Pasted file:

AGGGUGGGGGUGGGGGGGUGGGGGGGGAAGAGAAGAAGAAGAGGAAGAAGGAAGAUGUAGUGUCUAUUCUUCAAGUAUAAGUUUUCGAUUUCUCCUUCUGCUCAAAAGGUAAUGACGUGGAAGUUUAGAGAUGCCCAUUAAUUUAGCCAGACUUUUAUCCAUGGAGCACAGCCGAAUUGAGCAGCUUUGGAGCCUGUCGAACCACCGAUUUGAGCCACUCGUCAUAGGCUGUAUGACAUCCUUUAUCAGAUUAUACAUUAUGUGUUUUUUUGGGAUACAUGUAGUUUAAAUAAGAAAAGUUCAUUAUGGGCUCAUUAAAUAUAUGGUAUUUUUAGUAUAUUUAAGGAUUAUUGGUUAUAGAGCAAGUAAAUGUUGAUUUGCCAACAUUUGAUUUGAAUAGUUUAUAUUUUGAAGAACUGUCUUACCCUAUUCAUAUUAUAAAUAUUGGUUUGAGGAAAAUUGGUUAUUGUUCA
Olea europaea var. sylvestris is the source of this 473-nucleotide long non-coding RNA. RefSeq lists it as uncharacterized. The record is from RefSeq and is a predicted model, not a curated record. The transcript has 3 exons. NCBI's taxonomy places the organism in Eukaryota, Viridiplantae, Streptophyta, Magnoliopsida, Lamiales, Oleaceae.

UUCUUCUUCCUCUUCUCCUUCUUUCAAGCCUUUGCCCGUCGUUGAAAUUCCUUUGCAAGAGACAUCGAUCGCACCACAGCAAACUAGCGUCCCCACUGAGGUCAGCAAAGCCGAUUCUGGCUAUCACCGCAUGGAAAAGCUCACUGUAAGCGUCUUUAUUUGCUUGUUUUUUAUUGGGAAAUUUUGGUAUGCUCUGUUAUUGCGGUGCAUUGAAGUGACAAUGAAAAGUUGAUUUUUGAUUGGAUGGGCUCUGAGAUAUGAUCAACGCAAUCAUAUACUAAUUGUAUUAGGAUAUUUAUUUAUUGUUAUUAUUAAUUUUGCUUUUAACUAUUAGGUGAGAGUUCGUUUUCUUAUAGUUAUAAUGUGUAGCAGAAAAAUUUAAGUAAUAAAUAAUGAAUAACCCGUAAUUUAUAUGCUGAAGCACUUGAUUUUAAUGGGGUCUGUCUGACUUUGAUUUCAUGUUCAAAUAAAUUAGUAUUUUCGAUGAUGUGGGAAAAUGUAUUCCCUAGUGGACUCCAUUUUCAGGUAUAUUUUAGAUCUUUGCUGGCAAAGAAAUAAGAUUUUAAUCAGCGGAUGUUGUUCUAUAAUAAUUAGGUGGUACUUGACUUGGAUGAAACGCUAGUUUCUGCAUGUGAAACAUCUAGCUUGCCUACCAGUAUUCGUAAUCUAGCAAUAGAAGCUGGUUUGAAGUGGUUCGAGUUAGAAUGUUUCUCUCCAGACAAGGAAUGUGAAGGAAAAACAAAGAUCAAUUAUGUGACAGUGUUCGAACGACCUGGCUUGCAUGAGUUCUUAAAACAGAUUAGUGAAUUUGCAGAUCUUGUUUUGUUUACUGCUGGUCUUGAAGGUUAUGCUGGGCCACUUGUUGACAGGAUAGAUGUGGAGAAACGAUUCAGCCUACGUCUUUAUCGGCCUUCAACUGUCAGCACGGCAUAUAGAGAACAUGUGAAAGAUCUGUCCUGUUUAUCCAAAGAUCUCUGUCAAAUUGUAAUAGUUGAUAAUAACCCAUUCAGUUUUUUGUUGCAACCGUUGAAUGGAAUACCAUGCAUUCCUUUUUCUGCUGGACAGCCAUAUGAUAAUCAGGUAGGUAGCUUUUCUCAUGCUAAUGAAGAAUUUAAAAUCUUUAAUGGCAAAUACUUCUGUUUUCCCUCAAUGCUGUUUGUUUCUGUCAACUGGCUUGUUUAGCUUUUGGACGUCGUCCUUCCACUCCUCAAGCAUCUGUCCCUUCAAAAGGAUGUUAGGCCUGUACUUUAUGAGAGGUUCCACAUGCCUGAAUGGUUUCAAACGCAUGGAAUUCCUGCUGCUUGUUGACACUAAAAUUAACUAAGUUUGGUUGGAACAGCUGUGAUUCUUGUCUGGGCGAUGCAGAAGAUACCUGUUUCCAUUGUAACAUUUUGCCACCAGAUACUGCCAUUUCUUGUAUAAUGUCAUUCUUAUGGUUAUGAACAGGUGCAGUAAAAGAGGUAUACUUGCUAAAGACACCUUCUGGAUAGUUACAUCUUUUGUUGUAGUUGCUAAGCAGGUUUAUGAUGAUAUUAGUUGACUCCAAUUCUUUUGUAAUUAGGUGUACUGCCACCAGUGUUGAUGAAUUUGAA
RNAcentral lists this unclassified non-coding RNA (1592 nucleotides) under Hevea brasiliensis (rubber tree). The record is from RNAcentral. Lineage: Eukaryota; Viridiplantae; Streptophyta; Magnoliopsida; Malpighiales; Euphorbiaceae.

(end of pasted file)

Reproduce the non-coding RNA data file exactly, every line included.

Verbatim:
AGGGUGGGGGUGGGGGGGUGGGGGGGGAAGAGAAGAAGAAGAGGAAGAAGGAAGAUGUAGUGUCUAUUCUUCAAGUAUAAGUUUUCGAUUUCUCCUUCUGCUCAAAAGGUAAUGACGUGGAAGUUUAGAGAUGCCCAUUAAUUUAGCCAGACUUUUAUCCAUGGAGCACAGCCGAAUUGAGCAGCUUUGGAGCCUGUCGAACCACCGAUUUGAGCCACUCGUCAUAGGCUGUAUGACAUCCUUUAUCAGAUUAUACAUUAUGUGUUUUUUUGGGAUACAUGUAGUUUAAAUAAGAAAAGUUCAUUAUGGGCUCAUUAAAUAUAUGGUAUUUUUAGUAUAUUUAAGGAUUAUUGGUUAUAGAGCAAGUAAAUGUUGAUUUGCCAACAUUUGAUUUGAAUAGUUUAUAUUUUGAAGAACUGUCUUACCCUAUUCAUAUUAUAAAUAUUGGUUUGAGGAAAAUUGGUUAUUGUUCA
Olea europaea var. sylvestris is the source of this 473-nucleotide long non-coding RNA. RefSeq lists it as uncharacterized. The record is from RefSeq and is a predicted model, not a curated record. The transcript has 3 exons. NCBI's taxonomy places the organism in Eukaryota, Viridiplantae, Streptophyta, Magnoliopsida, Lamiales, Oleaceae.

UUCUUCUUCCUCUUCUCCUUCUUUCAAGCCUUUGCCCGUCGUUGAAAUUCCUUUGCAAGAGACAUCGAUCGCACCACAGCAAACUAGCGUCCCCACUGAGGUCAGCAAAGCCGAUUCUGGCUAUCACCGCAUGGAAAAGCUCACUGUAAGCGUCUUUAUUUGCUUGUUUUUUAUUGGGAAAUUUUGGUAUGCUCUGUUAUUGCGGUGCAUUGAAGUGACAAUGAAAAGUUGAUUUUUGAUUGGAUGGGCUCUGAGAUAUGAUCAACGCAAUCAUAUACUAAUUGUAUUAGGAUAUUUAUUUAUUGUUAUUAUUAAUUUUGCUUUUAACUAUUAGGUGAGAGUUCGUUUUCUUAUAGUUAUAAUGUGUAGCAGAAAAAUUUAAGUAAUAAAUAAUGAAUAACCCGUAAUUUAUAUGCUGAAGCACUUGAUUUUAAUGGGGUCUGUCUGACUUUGAUUUCAUGUUCAAAUAAAUUAGUAUUUUCGAUGAUGUGGGAAAAUGUAUUCCCUAGUGGACUCCAUUUUCAGGUAUAUUUUAGAUCUUUGCUGGCAAAGAAAUAAGAUUUUAAUCAGCGGAUGUUGUUCUAUAAUAAUUAGGUGGUACUUGACUUGGAUGAAACGCUAGUUUCUGCAUGUGAAACAUCUAGCUUGCCUACCAGUAUUCGUAAUCUAGCAAUAGAAGCUGGUUUGAAGUGGUUCGAGUUAGAAUGUUUCUCUCCAGACAAGGAAUGUGAAGGAAAAACAAAGAUCAAUUAUGUGACAGUGUUCGAACGACCUGGCUUGCAUGAGUUCUUAAAACAGAUUAGUGAAUUUGCAGAUCUUGUUUUGUUUACUGCUGGUCUUGAAGGUUAUGCUGGGCCACUUGUUGACAGGAUAGAUGUGGAGAAACGAUUCAGCCUACGUCUUUAUCGGCCUUCAACUGUCAGCACGGCAUAUAGAGAACAUGUGAAAGAUCUGUCCUGUUUAUCCAAAGAUCUCUGUCAAAUUGUAAUAGUUGAUAAUAACCCAUUCAGUUUUUUGUUGCAACCGUUGAAUGGAAUACCAUGCAUUCCUUUUUCUGCUGGACAGCCAUAUGAUAAUCAGGUAGGUAGCUUUUCUCAUGCUAAUGAAGAAUUUAAAAUCUUUAAUGGCAAAUACUUCUGUUUUCCCUCAAUGCUGUUUGUUUCUGUCAACUGGCUUGUUUAGCUUUUGGACGUCGUCCUUCCACUCCUCAAGCAUCUGUCCCUUCAAAAGGAUGUUAGGCCUGUACUUUAUGAGAGGUUCCACAUGCCUGAAUGGUUUCAAACGCAUGGAAUUCCUGCUGCUUGUUGACACUAAAAUUAACUAAGUUUGGUUGGAACAGCUGUGAUUCUUGUCUGGGCGAUGCAGAAGAUACCUGUUUCCAUUGUAACAUUUUGCCACCAGAUACUGCCAUUUCUUGUAUAAUGUCAUUCUUAUGGUUAUGAACAGGUGCAGUAAAAGAGGUAUACUUGCUAAAGACACCUUCUGGAUAGUUACAUCUUUUGUUGUAGUUGCUAAGCAGGUUUAUGAUGAUAUUAGUUGACUCCAAUUCUUUUGUAAUUAGGUGUACUGCCACCAGUGUUGAUGAAUUUGAA
RNAcentral lists this unclassified non-coding RNA (1592 nucleotides) under Hevea brasiliensis (rubber tree). The record is from RNAcentral. Lineage: Eukaryota; Viridiplantae; Streptophyta; Magnoliopsida; Malpighiales; Euphorbiaceae.